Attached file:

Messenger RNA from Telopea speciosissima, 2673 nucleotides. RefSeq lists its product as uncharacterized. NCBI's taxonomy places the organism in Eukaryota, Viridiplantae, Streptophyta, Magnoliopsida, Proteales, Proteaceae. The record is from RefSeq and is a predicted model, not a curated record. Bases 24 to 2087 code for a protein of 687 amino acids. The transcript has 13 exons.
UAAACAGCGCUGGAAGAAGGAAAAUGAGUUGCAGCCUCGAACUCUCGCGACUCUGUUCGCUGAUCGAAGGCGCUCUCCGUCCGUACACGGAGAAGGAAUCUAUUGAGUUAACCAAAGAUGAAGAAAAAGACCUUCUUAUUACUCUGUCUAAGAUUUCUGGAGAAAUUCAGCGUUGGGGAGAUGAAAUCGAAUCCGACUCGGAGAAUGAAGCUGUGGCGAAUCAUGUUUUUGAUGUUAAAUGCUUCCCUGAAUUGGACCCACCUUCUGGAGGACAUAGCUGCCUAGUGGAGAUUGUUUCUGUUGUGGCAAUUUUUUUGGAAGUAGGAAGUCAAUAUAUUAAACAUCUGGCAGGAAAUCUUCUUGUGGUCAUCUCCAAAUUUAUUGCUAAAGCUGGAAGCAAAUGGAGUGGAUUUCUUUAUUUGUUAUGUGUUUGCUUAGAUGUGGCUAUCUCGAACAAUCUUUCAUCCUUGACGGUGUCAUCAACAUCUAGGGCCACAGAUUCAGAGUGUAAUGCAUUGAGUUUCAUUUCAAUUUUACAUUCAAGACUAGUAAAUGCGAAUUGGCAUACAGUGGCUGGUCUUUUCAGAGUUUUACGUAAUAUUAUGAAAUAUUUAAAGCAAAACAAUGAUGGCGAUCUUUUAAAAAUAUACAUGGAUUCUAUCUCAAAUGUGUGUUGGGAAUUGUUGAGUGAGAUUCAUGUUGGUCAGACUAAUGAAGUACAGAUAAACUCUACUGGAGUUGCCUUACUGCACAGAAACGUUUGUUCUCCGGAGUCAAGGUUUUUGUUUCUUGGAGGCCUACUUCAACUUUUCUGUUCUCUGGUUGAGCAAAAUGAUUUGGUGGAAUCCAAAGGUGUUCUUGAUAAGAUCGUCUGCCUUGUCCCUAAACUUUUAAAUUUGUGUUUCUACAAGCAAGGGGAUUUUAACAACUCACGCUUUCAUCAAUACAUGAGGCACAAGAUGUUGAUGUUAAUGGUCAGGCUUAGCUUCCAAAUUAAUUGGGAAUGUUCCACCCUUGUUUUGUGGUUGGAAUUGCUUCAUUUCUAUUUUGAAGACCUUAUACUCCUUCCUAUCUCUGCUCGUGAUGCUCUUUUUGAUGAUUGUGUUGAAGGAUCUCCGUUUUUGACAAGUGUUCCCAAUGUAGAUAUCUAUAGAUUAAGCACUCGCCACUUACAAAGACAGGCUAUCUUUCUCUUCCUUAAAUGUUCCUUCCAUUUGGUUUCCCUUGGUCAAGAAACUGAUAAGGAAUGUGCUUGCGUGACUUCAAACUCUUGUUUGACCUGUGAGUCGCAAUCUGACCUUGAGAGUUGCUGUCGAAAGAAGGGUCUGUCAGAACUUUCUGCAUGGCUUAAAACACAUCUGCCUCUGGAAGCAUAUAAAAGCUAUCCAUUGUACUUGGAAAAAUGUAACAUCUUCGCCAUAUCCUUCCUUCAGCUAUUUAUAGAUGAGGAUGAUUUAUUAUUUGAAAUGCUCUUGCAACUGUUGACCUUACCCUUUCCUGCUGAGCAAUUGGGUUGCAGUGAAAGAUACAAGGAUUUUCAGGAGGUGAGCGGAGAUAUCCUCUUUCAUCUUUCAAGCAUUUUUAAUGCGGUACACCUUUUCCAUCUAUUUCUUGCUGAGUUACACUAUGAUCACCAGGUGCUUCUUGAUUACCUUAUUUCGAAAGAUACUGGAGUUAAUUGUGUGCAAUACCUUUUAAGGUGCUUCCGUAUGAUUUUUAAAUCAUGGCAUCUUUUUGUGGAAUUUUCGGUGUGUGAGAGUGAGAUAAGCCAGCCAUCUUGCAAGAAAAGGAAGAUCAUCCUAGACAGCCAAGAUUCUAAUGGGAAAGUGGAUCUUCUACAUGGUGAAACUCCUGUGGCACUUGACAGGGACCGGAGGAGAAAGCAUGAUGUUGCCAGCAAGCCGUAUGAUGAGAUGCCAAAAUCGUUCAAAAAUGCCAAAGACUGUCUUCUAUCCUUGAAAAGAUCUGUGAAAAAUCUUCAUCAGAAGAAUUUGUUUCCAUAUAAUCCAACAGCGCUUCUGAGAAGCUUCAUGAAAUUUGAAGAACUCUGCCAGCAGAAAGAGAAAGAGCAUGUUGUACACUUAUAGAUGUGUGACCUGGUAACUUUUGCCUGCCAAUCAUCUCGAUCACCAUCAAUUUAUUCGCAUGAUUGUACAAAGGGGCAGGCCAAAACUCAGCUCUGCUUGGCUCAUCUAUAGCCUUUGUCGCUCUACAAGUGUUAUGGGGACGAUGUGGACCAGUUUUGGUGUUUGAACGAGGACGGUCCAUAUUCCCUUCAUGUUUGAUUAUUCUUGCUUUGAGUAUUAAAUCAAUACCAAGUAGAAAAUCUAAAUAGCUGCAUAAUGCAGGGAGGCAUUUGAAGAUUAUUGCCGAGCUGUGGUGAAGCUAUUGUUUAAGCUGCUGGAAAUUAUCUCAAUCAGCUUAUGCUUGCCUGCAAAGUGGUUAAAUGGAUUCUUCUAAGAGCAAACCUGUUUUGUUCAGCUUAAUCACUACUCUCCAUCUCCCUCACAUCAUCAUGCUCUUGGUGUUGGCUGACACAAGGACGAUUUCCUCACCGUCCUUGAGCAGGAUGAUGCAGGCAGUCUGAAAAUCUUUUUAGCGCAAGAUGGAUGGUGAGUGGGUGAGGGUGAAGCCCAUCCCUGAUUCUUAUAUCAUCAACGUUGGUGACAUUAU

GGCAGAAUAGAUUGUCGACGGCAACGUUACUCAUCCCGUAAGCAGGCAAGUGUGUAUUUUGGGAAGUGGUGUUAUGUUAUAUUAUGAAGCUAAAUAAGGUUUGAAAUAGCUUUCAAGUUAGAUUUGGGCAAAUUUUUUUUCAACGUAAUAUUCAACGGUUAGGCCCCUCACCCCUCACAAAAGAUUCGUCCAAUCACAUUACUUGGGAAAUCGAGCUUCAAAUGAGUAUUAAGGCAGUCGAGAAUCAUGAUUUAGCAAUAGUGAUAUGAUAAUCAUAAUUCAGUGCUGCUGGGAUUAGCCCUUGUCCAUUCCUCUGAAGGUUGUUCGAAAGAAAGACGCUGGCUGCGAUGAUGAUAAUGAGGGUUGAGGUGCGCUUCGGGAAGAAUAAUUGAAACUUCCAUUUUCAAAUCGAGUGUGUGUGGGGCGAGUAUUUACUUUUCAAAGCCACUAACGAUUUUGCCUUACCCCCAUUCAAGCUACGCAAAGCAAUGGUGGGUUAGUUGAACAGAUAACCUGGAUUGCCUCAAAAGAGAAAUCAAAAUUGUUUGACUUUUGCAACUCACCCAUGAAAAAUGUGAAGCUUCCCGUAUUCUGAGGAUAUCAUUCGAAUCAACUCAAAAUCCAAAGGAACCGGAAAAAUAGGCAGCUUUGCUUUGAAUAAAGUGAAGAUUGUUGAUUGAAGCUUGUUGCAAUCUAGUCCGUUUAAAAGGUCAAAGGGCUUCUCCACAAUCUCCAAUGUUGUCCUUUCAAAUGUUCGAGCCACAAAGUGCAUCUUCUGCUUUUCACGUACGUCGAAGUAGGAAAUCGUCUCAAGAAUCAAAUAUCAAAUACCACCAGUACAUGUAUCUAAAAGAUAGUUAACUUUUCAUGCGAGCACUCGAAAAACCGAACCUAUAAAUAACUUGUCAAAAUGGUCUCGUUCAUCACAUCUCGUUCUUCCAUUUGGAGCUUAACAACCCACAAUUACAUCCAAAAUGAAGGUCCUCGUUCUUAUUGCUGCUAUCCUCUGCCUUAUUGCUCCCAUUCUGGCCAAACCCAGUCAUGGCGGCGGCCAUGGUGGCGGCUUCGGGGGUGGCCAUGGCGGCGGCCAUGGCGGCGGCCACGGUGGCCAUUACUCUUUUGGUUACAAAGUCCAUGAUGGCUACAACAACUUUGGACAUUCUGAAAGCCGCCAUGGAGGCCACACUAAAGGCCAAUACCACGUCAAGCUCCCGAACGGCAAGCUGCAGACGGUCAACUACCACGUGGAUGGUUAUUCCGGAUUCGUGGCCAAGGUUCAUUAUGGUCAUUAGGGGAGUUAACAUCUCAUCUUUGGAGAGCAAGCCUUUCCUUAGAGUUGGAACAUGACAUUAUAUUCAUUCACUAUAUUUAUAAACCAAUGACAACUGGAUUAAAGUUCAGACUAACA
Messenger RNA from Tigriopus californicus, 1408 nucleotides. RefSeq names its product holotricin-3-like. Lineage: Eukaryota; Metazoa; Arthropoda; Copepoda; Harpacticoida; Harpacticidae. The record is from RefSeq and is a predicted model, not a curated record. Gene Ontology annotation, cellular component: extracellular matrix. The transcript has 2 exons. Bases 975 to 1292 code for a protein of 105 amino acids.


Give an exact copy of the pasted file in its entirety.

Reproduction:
Messenger RNA from Telopea speciosissima, 2673 nucleotides. RefSeq lists its product as uncharacterized. NCBI's taxonomy places the organism in Eukaryota, Viridiplantae, Streptophyta, Magnoliopsida, Proteales, Proteaceae. The record is from RefSeq and is a predicted model, not a curated record. Bases 24 to 2087 code for a protein of 687 amino acids. The transcript has 13 exons.
UAAACAGCGCUGGAAGAAGGAAAAUGAGUUGCAGCCUCGAACUCUCGCGACUCUGUUCGCUGAUCGAAGGCGCUCUCCGUCCGUACACGGAGAAGGAAUCUAUUGAGUUAACCAAAGAUGAAGAAAAAGACCUUCUUAUUACUCUGUCUAAGAUUUCUGGAGAAAUUCAGCGUUGGGGAGAUGAAAUCGAAUCCGACUCGGAGAAUGAAGCUGUGGCGAAUCAUGUUUUUGAUGUUAAAUGCUUCCCUGAAUUGGACCCACCUUCUGGAGGACAUAGCUGCCUAGUGGAGAUUGUUUCUGUUGUGGCAAUUUUUUUGGAAGUAGGAAGUCAAUAUAUUAAACAUCUGGCAGGAAAUCUUCUUGUGGUCAUCUCCAAAUUUAUUGCUAAAGCUGGAAGCAAAUGGAGUGGAUUUCUUUAUUUGUUAUGUGUUUGCUUAGAUGUGGCUAUCUCGAACAAUCUUUCAUCCUUGACGGUGUCAUCAACAUCUAGGGCCACAGAUUCAGAGUGUAAUGCAUUGAGUUUCAUUUCAAUUUUACAUUCAAGACUAGUAAAUGCGAAUUGGCAUACAGUGGCUGGUCUUUUCAGAGUUUUACGUAAUAUUAUGAAAUAUUUAAAGCAAAACAAUGAUGGCGAUCUUUUAAAAAUAUACAUGGAUUCUAUCUCAAAUGUGUGUUGGGAAUUGUUGAGUGAGAUUCAUGUUGGUCAGACUAAUGAAGUACAGAUAAACUCUACUGGAGUUGCCUUACUGCACAGAAACGUUUGUUCUCCGGAGUCAAGGUUUUUGUUUCUUGGAGGCCUACUUCAACUUUUCUGUUCUCUGGUUGAGCAAAAUGAUUUGGUGGAAUCCAAAGGUGUUCUUGAUAAGAUCGUCUGCCUUGUCCCUAAACUUUUAAAUUUGUGUUUCUACAAGCAAGGGGAUUUUAACAACUCACGCUUUCAUCAAUACAUGAGGCACAAGAUGUUGAUGUUAAUGGUCAGGCUUAGCUUCCAAAUUAAUUGGGAAUGUUCCACCCUUGUUUUGUGGUUGGAAUUGCUUCAUUUCUAUUUUGAAGACCUUAUACUCCUUCCUAUCUCUGCUCGUGAUGCUCUUUUUGAUGAUUGUGUUGAAGGAUCUCCGUUUUUGACAAGUGUUCCCAAUGUAGAUAUCUAUAGAUUAAGCACUCGCCACUUACAAAGACAGGCUAUCUUUCUCUUCCUUAAAUGUUCCUUCCAUUUGGUUUCCCUUGGUCAAGAAACUGAUAAGGAAUGUGCUUGCGUGACUUCAAACUCUUGUUUGACCUGUGAGUCGCAAUCUGACCUUGAGAGUUGCUGUCGAAAGAAGGGUCUGUCAGAACUUUCUGCAUGGCUUAAAACACAUCUGCCUCUGGAAGCAUAUAAAAGCUAUCCAUUGUACUUGGAAAAAUGUAACAUCUUCGCCAUAUCCUUCCUUCAGCUAUUUAUAGAUGAGGAUGAUUUAUUAUUUGAAAUGCUCUUGCAACUGUUGACCUUACCCUUUCCUGCUGAGCAAUUGGGUUGCAGUGAAAGAUACAAGGAUUUUCAGGAGGUGAGCGGAGAUAUCCUCUUUCAUCUUUCAAGCAUUUUUAAUGCGGUACACCUUUUCCAUCUAUUUCUUGCUGAGUUACACUAUGAUCACCAGGUGCUUCUUGAUUACCUUAUUUCGAAAGAUACUGGAGUUAAUUGUGUGCAAUACCUUUUAAGGUGCUUCCGUAUGAUUUUUAAAUCAUGGCAUCUUUUUGUGGAAUUUUCGGUGUGUGAGAGUGAGAUAAGCCAGCCAUCUUGCAAGAAAAGGAAGAUCAUCCUAGACAGCCAAGAUUCUAAUGGGAAAGUGGAUCUUCUACAUGGUGAAACUCCUGUGGCACUUGACAGGGACCGGAGGAGAAAGCAUGAUGUUGCCAGCAAGCCGUAUGAUGAGAUGCCAAAAUCGUUCAAAAAUGCCAAAGACUGUCUUCUAUCCUUGAAAAGAUCUGUGAAAAAUCUUCAUCAGAAGAAUUUGUUUCCAUAUAAUCCAACAGCGCUUCUGAGAAGCUUCAUGAAAUUUGAAGAACUCUGCCAGCAGAAAGAGAAAGAGCAUGUUGUACACUUAUAGAUGUGUGACCUGGUAACUUUUGCCUGCCAAUCAUCUCGAUCACCAUCAAUUUAUUCGCAUGAUUGUACAAAGGGGCAGGCCAAAACUCAGCUCUGCUUGGCUCAUCUAUAGCCUUUGUCGCUCUACAAGUGUUAUGGGGACGAUGUGGACCAGUUUUGGUGUUUGAACGAGGACGGUCCAUAUUCCCUUCAUGUUUGAUUAUUCUUGCUUUGAGUAUUAAAUCAAUACCAAGUAGAAAAUCUAAAUAGCUGCAUAAUGCAGGGAGGCAUUUGAAGAUUAUUGCCGAGCUGUGGUGAAGCUAUUGUUUAAGCUGCUGGAAAUUAUCUCAAUCAGCUUAUGCUUGCCUGCAAAGUGGUUAAAUGGAUUCUUCUAAGAGCAAACCUGUUUUGUUCAGCUUAAUCACUACUCUCCAUCUCCCUCACAUCAUCAUGCUCUUGGUGUUGGCUGACACAAGGACGAUUUCCUCACCGUCCUUGAGCAGGAUGAUGCAGGCAGUCUGAAAAUCUUUUUAGCGCAAGAUGGAUGGUGAGUGGGUGAGGGUGAAGCCCAUCCCUGAUUCUUAUAUCAUCAACGUUGGUGACAUUAU

GGCAGAAUAGAUUGUCGACGGCAACGUUACUCAUCCCGUAAGCAGGCAAGUGUGUAUUUUGGGAAGUGGUGUUAUGUUAUAUUAUGAAGCUAAAUAAGGUUUGAAAUAGCUUUCAAGUUAGAUUUGGGCAAAUUUUUUUUCAACGUAAUAUUCAACGGUUAGGCCCCUCACCCCUCACAAAAGAUUCGUCCAAUCACAUUACUUGGGAAAUCGAGCUUCAAAUGAGUAUUAAGGCAGUCGAGAAUCAUGAUUUAGCAAUAGUGAUAUGAUAAUCAUAAUUCAGUGCUGCUGGGAUUAGCCCUUGUCCAUUCCUCUGAAGGUUGUUCGAAAGAAAGACGCUGGCUGCGAUGAUGAUAAUGAGGGUUGAGGUGCGCUUCGGGAAGAAUAAUUGAAACUUCCAUUUUCAAAUCGAGUGUGUGUGGGGCGAGUAUUUACUUUUCAAAGCCACUAACGAUUUUGCCUUACCCCCAUUCAAGCUACGCAAAGCAAUGGUGGGUUAGUUGAACAGAUAACCUGGAUUGCCUCAAAAGAGAAAUCAAAAUUGUUUGACUUUUGCAACUCACCCAUGAAAAAUGUGAAGCUUCCCGUAUUCUGAGGAUAUCAUUCGAAUCAACUCAAAAUCCAAAGGAACCGGAAAAAUAGGCAGCUUUGCUUUGAAUAAAGUGAAGAUUGUUGAUUGAAGCUUGUUGCAAUCUAGUCCGUUUAAAAGGUCAAAGGGCUUCUCCACAAUCUCCAAUGUUGUCCUUUCAAAUGUUCGAGCCACAAAGUGCAUCUUCUGCUUUUCACGUACGUCGAAGUAGGAAAUCGUCUCAAGAAUCAAAUAUCAAAUACCACCAGUACAUGUAUCUAAAAGAUAGUUAACUUUUCAUGCGAGCACUCGAAAAACCGAACCUAUAAAUAACUUGUCAAAAUGGUCUCGUUCAUCACAUCUCGUUCUUCCAUUUGGAGCUUAACAACCCACAAUUACAUCCAAAAUGAAGGUCCUCGUUCUUAUUGCUGCUAUCCUCUGCCUUAUUGCUCCCAUUCUGGCCAAACCCAGUCAUGGCGGCGGCCAUGGUGGCGGCUUCGGGGGUGGCCAUGGCGGCGGCCAUGGCGGCGGCCACGGUGGCCAUUACUCUUUUGGUUACAAAGUCCAUGAUGGCUACAACAACUUUGGACAUUCUGAAAGCCGCCAUGGAGGCCACACUAAAGGCCAAUACCACGUCAAGCUCCCGAACGGCAAGCUGCAGACGGUCAACUACCACGUGGAUGGUUAUUCCGGAUUCGUGGCCAAGGUUCAUUAUGGUCAUUAGGGGAGUUAACAUCUCAUCUUUGGAGAGCAAGCCUUUCCUUAGAGUUGGAACAUGACAUUAUAUUCAUUCACUAUAUUUAUAAACCAAUGACAACUGGAUUAAAGUUCAGACUAACA
Messenger RNA from Tigriopus californicus, 1408 nucleotides. RefSeq names its product holotricin-3-like. Lineage: Eukaryota; Metazoa; Arthropoda; Copepoda; Harpacticoida; Harpacticidae. The record is from RefSeq and is a predicted model, not a curated record. Gene Ontology annotation, cellular component: extracellular matrix. The transcript has 2 exons. Bases 975 to 1292 code for a protein of 105 amino acids.